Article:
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The Tesla File: Government Favors Cut Both Ways

Electric vehicle manufacturer Tesla Motors has become a fascinating case study in economic freedom in recent years, although the narrative is a complicated one. The most recent development for Tesla has come out of Michigan, where the state legislature has banned car manufacturers from selling vehicles directly to the public or from owning dealerships themselves, new restrictions that effectively outlaw Tesla’s entire sales strategy, at least in the Great Lakes State. Michigan is not alone, however, in erecting restrictions on marketing and sales of cars that seem to target or effect only Tesla. Arizona, Maryland, Texas, and Virginia also ban the company from selling its cars in their states, although they can operate showrooms and residents can make purchases online. Colorado, Georgia, New Jersey, Ohio, and Pennsylvania also have restrictions or are in legal disputes with Tesla over what they can and can’t do in those states.

Having to fight for the right to sell an otherwise legal product to willing customers – legislature by legislature – has created what Tesla’s James Chen has referred to as “a game of whack-a-mole in every state.” Just as the company has made its case before one state’s officials, another state comes along and threatens to erect barriers that suspiciously seem to harm only Telsa while protecting market incumbents from increased competition. This can only happen so many times before it begins to seem like more than a coincidence. In this scenario, CEO Elon Musk is cast in the role of the victim of opportunistic legislation lobbied for by bigger, more entrenched rivals – the underdog fighting cronyism between big carmakers and state politicians.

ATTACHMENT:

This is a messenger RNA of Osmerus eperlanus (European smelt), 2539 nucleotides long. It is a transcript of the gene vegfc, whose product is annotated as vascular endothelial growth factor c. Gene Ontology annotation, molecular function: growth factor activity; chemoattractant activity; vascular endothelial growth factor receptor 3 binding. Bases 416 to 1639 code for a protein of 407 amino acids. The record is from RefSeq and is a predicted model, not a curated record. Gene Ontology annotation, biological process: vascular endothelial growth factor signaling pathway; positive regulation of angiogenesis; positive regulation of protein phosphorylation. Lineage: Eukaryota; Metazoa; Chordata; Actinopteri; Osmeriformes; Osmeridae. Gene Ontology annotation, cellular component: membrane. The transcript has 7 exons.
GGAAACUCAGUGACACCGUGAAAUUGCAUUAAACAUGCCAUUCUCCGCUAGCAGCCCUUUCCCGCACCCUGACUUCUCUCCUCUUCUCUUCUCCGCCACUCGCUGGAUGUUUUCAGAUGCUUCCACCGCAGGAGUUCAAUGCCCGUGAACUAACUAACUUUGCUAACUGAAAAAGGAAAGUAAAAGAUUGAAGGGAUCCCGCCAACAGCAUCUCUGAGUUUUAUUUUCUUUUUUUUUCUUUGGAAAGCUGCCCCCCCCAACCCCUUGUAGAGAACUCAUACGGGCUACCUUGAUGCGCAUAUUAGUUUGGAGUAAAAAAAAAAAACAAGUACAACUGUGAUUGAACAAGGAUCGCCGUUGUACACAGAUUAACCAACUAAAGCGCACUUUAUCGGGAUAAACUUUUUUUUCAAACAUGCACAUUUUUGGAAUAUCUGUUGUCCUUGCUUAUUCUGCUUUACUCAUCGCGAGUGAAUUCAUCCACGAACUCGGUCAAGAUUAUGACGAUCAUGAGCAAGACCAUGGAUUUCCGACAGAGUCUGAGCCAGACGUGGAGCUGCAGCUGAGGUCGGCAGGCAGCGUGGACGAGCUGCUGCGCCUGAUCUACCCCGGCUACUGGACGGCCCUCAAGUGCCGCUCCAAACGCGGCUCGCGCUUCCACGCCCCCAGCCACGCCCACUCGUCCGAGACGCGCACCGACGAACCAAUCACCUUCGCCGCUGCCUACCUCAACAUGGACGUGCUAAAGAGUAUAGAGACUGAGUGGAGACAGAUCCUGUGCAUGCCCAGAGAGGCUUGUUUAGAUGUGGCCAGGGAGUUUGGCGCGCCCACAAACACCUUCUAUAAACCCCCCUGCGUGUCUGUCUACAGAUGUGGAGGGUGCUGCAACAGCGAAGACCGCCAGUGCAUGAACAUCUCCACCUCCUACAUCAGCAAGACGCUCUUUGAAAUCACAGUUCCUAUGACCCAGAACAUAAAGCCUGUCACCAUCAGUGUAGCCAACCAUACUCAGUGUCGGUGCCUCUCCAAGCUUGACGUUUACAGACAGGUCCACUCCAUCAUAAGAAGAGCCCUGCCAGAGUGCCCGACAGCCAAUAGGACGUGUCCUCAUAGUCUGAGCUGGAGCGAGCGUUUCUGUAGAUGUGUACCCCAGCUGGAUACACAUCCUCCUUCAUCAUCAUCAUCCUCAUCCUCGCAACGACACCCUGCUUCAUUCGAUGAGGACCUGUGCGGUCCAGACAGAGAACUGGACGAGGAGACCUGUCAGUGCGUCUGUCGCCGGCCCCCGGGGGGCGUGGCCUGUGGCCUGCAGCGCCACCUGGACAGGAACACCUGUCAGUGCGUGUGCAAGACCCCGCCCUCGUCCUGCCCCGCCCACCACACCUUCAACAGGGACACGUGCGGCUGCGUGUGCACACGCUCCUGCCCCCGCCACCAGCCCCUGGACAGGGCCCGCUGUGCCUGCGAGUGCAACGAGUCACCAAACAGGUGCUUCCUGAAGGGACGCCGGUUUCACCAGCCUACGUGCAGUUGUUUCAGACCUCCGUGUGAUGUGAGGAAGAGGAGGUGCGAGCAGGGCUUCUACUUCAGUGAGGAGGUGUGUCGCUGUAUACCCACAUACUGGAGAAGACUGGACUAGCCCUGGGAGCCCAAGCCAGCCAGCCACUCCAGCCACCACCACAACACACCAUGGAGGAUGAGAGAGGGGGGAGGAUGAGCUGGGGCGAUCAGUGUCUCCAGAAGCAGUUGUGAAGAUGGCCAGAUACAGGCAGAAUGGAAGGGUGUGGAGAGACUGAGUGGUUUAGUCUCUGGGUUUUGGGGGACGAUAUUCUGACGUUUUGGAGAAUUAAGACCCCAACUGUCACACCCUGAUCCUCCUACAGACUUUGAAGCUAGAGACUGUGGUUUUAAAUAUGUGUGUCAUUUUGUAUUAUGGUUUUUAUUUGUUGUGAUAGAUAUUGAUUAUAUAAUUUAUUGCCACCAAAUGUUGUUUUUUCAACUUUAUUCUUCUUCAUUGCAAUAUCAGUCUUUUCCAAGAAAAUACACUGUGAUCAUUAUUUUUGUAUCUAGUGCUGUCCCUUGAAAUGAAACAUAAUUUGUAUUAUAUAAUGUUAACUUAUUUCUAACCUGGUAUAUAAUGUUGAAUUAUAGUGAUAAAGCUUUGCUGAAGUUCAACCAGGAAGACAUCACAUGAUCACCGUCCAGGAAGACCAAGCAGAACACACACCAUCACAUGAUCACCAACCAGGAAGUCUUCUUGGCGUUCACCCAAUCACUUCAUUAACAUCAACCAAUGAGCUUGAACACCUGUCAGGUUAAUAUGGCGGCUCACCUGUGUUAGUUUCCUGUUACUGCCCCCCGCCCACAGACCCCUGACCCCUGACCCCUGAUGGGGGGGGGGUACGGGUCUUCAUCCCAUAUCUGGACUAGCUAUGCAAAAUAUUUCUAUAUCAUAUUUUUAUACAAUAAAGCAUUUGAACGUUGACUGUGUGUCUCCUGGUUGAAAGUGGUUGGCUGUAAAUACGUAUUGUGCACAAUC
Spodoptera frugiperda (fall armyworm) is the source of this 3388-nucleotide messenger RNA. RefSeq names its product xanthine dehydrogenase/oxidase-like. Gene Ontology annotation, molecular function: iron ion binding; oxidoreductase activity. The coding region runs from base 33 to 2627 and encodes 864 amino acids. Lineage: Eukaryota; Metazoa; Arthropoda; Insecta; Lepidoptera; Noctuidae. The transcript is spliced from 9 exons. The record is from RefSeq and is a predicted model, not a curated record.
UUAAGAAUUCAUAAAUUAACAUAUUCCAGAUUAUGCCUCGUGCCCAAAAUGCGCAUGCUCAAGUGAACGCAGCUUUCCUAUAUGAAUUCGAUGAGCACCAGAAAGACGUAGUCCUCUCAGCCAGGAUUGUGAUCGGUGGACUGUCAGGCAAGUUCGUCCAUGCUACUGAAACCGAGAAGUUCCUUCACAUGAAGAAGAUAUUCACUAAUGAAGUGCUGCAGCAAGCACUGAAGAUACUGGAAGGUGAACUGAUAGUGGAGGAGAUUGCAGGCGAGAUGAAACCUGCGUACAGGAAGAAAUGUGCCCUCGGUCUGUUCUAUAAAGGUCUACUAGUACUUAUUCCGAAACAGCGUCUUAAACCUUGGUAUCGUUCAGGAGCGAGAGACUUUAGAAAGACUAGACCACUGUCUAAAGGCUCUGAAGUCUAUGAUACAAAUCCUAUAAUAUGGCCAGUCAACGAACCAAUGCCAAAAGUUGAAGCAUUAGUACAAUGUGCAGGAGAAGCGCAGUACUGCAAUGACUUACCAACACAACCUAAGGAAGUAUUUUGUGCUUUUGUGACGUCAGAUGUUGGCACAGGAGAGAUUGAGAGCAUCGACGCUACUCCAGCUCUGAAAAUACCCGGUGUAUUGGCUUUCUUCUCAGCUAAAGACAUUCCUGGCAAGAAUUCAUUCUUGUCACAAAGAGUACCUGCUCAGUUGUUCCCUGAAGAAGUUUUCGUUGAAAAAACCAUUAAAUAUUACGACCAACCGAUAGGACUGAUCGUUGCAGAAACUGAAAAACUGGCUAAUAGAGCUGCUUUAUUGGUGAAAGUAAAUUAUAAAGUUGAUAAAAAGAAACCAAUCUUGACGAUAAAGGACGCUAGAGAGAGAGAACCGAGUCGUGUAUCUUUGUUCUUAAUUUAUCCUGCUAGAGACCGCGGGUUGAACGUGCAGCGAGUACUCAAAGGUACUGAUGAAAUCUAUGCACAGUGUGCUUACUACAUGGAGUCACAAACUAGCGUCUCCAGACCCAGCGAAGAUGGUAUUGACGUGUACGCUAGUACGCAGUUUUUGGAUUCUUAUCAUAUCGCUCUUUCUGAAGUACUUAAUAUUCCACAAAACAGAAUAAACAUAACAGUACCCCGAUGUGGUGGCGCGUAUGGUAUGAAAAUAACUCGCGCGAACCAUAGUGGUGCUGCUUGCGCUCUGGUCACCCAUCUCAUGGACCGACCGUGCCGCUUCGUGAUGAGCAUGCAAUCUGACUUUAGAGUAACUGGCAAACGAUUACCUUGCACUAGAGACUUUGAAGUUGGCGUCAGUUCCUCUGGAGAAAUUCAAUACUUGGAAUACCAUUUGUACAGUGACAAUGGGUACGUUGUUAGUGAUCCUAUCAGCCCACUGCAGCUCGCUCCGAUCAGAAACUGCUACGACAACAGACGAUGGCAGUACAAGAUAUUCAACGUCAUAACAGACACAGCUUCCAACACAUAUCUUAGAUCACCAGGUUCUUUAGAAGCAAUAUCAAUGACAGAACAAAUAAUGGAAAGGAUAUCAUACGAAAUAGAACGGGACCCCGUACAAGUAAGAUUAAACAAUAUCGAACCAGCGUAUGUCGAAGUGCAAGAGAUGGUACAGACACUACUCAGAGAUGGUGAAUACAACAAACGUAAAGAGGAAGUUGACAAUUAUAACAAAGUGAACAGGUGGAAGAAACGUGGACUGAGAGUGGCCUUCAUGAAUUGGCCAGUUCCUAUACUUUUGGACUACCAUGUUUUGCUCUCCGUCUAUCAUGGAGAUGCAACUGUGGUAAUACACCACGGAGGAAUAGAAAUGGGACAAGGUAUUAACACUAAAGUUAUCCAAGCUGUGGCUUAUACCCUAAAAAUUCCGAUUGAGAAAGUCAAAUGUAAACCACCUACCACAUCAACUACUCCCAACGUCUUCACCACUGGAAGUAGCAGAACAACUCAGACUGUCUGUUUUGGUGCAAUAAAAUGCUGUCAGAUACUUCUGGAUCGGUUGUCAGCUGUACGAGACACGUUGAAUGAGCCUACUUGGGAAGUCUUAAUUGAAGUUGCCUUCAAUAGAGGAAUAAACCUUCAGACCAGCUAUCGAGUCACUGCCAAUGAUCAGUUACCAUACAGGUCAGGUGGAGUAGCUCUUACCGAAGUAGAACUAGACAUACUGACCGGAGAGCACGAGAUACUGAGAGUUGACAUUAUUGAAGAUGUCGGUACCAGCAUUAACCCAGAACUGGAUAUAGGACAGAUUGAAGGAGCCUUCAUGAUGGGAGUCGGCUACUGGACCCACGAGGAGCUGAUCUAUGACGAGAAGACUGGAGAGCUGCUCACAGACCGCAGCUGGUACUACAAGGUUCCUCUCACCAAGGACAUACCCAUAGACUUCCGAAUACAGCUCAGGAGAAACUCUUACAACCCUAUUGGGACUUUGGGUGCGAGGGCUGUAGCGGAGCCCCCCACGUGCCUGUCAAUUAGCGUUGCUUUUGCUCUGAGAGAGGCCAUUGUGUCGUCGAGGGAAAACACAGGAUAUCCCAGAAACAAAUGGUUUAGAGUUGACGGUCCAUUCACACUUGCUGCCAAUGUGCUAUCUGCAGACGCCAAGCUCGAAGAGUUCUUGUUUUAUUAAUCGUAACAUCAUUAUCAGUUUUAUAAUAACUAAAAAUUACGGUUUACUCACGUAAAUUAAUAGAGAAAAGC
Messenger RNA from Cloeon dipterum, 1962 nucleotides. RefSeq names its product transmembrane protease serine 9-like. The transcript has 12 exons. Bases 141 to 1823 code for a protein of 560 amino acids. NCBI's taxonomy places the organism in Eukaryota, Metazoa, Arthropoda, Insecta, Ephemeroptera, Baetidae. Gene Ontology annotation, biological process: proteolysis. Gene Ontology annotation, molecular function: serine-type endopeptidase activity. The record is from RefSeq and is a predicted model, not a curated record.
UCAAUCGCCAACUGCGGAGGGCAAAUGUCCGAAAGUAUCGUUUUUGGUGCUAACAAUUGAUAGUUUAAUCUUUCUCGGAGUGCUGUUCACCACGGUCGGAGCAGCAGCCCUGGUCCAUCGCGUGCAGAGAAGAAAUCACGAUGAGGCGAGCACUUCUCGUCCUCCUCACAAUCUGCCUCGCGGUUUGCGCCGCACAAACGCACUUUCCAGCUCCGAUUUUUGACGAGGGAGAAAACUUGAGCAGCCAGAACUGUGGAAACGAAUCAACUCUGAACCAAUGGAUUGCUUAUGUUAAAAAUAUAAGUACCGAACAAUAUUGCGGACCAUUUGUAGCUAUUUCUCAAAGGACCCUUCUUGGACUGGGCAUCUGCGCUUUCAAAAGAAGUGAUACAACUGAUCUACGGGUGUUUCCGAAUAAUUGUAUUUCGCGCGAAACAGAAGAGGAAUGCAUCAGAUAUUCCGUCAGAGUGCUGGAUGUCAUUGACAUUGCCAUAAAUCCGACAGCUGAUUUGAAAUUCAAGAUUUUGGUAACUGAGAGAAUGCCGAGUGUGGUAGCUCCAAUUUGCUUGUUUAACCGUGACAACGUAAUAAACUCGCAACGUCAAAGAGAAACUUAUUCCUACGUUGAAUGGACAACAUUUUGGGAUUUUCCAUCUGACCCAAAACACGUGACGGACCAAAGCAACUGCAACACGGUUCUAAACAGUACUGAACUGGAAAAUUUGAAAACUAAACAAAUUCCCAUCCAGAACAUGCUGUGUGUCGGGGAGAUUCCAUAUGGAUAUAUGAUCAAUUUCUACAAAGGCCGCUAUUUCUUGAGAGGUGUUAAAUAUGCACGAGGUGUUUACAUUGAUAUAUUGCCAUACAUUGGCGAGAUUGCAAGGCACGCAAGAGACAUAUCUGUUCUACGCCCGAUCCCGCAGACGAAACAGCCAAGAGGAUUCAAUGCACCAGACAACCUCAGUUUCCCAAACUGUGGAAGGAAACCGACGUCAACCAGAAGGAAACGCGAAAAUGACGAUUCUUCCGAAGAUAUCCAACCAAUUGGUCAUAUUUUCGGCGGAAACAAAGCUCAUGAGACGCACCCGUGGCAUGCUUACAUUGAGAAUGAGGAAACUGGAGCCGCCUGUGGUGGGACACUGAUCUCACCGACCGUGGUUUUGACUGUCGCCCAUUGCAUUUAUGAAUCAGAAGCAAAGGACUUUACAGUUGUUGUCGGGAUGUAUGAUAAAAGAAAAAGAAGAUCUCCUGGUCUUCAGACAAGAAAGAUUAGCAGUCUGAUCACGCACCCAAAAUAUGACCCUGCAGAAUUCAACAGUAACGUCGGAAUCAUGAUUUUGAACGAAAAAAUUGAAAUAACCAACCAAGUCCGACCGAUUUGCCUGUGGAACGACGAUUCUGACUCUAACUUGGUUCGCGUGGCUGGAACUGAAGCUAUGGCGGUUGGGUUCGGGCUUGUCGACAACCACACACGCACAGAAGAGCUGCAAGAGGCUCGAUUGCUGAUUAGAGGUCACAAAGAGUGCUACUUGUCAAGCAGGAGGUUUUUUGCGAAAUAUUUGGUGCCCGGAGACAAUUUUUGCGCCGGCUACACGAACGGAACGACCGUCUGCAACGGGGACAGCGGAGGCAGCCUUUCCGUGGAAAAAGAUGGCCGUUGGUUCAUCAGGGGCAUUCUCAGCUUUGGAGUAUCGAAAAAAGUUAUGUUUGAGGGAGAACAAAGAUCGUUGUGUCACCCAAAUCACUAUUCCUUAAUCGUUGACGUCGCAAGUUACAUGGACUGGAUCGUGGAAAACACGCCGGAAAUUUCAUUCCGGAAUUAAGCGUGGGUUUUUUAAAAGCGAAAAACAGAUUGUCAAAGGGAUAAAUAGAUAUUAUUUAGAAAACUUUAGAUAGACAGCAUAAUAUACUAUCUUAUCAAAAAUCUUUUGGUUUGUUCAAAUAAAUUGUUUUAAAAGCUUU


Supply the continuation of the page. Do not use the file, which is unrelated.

But, of course, Musk is no naïf when it comes to cutting lucrative deals with state politicians himself. In September, Tesla announced that it would be building a new plant in Nevada to manufacture batteries for its electric-powered cars, promising to eventually invest $3.5 billion in the facility outside Reno. That, however, was only after the state agreed to a provide a bundle of tax and other incentives that will be worth $1.25 billion to the company over the next 20 years. Getting a 35 percent discount on a multi-billion dollar plant and equipment investment sounds like a pretty good deal to me. It was a huge win for Tesla Motors’ bottom line, though some of the taxpayers of Nevada certainly look at the deal differently. The Nevada Policy Research Institute, for example, has been extremely critical of the deal, even suggesting that it could violate the state’s constitutional ban on gifts to private companies. And as my former colleagues at the Tax Foundation have pointed out, state tax incentives for business development in general (or for companies like Tesla in particular) are often not all they’re cracked up to be.

These two examples – Tesla being unfairly targeted in some states but landing huge windfalls in others – highlight the pitfalls of operating in a highly politicized economy. While companies like Tesla might be tempted to go after every advantage they can, free market advocates, at least, need to stick to principle when it comes to evaluating such developments. Tesla doesn’t get a pass on lobbying for special favors in one place just because they’re being hounded in another. Elon Musk is a charismatic entrepreneur with a lot of fans in the business and investing world, but he deserves all of the opposition that can be mustered when he asks taxpayers and state politicians to subsidize his financial empire, no matter how cool his cars are.